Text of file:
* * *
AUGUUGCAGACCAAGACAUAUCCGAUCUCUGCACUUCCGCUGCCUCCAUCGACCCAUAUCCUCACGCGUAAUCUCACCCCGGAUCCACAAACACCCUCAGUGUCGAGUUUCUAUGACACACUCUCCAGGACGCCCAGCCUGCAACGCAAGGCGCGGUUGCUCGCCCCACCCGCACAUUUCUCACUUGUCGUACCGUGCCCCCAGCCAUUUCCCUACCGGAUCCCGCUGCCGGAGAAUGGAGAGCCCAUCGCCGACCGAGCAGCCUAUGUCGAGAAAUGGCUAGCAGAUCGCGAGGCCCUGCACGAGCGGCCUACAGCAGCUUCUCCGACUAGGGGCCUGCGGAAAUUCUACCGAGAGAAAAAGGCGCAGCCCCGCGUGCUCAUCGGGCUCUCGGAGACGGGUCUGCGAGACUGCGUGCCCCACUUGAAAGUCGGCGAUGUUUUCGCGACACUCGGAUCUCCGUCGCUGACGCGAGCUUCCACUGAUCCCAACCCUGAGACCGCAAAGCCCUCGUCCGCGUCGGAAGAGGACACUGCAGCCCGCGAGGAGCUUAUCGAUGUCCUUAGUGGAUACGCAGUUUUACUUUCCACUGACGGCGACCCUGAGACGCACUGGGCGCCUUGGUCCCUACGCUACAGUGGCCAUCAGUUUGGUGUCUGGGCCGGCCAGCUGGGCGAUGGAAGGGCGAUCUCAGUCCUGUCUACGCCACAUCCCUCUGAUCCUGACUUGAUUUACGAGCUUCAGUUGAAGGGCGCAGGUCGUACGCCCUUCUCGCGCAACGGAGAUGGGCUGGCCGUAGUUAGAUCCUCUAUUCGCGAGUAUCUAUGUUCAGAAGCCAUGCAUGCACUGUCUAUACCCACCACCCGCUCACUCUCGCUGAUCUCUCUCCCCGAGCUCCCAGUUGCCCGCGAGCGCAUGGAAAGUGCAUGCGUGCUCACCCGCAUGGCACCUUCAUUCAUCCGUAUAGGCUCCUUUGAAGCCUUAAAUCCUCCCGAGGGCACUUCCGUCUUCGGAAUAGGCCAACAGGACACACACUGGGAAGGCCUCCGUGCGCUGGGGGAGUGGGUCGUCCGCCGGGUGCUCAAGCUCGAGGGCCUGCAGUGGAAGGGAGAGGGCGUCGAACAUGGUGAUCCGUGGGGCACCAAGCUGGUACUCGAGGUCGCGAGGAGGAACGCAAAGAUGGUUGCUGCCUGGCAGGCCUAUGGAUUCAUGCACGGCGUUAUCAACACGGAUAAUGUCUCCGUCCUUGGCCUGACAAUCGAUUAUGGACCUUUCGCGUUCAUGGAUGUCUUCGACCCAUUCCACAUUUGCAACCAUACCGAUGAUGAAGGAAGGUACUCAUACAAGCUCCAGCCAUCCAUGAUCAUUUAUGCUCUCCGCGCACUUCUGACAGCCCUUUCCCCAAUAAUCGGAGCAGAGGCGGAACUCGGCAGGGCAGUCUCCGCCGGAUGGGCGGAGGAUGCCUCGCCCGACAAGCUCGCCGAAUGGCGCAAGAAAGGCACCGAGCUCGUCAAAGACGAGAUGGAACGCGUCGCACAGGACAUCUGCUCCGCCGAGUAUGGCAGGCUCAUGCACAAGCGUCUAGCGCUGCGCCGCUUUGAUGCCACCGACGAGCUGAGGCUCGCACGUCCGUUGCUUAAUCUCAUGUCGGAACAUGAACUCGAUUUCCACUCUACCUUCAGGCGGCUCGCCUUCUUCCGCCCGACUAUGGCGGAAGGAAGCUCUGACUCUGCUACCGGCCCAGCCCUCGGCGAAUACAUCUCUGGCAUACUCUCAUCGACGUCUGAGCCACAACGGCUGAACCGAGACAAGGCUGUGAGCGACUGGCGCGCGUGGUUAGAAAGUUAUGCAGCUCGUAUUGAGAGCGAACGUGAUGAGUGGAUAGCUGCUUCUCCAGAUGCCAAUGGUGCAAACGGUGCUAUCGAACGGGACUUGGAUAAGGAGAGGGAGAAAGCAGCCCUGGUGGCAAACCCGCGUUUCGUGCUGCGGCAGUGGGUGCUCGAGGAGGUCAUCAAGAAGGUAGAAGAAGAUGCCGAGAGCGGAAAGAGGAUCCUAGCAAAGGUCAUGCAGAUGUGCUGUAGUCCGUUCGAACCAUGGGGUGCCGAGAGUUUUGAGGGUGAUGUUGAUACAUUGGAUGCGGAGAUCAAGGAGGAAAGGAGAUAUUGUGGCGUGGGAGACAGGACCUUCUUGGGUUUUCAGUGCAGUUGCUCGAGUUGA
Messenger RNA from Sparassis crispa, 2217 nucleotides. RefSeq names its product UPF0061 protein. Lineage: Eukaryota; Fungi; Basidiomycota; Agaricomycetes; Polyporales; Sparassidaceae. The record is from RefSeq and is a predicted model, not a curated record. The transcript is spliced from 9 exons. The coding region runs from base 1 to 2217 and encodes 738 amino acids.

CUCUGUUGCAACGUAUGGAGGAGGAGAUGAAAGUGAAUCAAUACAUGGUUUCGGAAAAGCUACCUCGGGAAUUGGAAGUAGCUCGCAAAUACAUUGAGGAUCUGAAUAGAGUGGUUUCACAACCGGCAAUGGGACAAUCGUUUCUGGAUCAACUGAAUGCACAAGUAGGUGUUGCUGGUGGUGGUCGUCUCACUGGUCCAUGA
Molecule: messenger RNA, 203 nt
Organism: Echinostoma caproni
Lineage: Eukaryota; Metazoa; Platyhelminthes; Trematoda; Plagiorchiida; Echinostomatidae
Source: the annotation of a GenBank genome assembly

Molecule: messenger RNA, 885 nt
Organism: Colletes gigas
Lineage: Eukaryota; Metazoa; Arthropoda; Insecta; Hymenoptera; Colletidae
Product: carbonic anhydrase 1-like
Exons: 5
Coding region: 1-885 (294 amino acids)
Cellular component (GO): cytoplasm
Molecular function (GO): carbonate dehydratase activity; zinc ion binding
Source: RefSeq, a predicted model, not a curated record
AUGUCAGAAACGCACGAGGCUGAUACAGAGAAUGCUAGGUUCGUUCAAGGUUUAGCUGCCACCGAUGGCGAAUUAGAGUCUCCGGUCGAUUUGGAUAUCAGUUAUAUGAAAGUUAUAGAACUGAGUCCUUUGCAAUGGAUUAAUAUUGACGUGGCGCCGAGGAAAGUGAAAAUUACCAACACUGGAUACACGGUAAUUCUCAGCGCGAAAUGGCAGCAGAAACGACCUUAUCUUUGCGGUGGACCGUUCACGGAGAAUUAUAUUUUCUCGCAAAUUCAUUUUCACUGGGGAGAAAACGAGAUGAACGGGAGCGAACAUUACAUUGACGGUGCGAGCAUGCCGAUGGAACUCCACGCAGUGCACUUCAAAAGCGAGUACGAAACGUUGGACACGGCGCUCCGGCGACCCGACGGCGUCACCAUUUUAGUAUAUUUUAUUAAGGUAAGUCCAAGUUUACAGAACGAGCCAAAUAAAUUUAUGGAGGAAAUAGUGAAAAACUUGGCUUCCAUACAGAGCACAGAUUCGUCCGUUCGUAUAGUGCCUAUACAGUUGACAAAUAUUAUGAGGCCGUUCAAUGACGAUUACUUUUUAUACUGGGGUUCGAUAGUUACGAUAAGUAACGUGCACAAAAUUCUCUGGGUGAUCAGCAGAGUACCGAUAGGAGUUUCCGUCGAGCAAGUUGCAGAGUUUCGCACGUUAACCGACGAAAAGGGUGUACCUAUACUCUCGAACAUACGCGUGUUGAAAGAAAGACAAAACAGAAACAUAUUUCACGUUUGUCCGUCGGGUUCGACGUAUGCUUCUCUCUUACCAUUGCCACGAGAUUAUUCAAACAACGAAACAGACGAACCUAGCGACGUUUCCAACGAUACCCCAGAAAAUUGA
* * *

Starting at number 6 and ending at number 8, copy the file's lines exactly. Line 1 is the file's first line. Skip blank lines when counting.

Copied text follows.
Lineage: Eukaryota; Metazoa; Platyhelminthes; Trematoda; Plagiorchiida; Echinostomatidae
Source: the annotation of a GenBank genome assembly

Molecule: messenger RNA, 885 nt